Then it occurred to me, crochet hooks aren’t the only thing I haven’t picked up in years; I haven’t touched any art supplies in years. And, at least in the days of the dinosaurs, that was an important part of my well-being and who I was.

So. I decided I’m going to give it another go. I picked up a few art supplies and have started to test the waters. Spoiler alert: so far, I suck, lol. But I didn’t expect to pick them up and immediately create art show quality work, so I have to remember to be patient with myself. I’m also surprised to find that I love watercolors. I don’t think I cared for watercolors much in my art days, but I love them now.

On the writing front, I’ve got two stories in the second draft stage, one story in rough draft, and one story submitted. That’s a 1000% improvement over all of last year!

The UND Writers Conference also inspired me to go find my two “potential” novels. I call them potential novels because, although I’ve written six or seven novels, only two of them have the potential to be anything but trunk novels. These two might be publishable someday, if I put the effort into them. One is creature horror, the other is dragon-type fantasy.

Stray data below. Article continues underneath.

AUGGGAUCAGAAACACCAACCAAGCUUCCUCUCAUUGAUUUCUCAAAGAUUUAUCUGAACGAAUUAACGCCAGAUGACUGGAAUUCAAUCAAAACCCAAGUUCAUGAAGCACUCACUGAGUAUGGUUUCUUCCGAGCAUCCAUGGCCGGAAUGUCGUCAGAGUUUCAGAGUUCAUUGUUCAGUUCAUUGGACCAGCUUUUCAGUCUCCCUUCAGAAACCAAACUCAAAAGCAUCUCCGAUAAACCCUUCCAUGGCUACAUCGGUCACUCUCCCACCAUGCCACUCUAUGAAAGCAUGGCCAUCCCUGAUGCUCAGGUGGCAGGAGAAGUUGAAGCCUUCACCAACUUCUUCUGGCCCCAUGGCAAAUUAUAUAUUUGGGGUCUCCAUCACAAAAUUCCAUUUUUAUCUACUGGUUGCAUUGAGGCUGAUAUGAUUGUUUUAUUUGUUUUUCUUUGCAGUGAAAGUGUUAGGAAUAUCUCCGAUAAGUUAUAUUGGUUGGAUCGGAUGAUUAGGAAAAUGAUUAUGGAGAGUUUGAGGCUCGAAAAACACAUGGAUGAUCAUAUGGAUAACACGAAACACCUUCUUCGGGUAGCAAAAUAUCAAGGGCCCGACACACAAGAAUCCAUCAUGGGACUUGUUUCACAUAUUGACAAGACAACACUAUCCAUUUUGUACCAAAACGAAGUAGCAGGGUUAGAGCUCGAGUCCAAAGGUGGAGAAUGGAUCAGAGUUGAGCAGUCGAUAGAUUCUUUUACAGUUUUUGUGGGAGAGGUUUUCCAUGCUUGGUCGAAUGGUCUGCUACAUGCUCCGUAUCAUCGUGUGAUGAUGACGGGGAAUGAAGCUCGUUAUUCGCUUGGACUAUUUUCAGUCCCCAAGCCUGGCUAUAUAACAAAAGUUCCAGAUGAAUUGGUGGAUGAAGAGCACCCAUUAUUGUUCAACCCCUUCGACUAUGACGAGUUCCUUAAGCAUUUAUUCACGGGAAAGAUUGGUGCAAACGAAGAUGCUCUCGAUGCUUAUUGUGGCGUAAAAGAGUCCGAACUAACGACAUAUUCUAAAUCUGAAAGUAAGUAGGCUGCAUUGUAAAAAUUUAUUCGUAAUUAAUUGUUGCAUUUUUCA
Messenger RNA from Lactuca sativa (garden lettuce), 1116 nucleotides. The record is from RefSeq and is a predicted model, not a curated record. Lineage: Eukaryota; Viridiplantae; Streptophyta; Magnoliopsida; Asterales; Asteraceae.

It was a doozy to find them. They were on a back-up drive from over a decade ago. I’m not sure if I’m ready to work on them, but at least they are on my main computer should I decide to start work again.

On the reading front, I am almost done with Ready Player One by Ernest Cline. I’m about halfway through The People Who Report More Stress by Alejandro Varela (Note: these are affiliate links).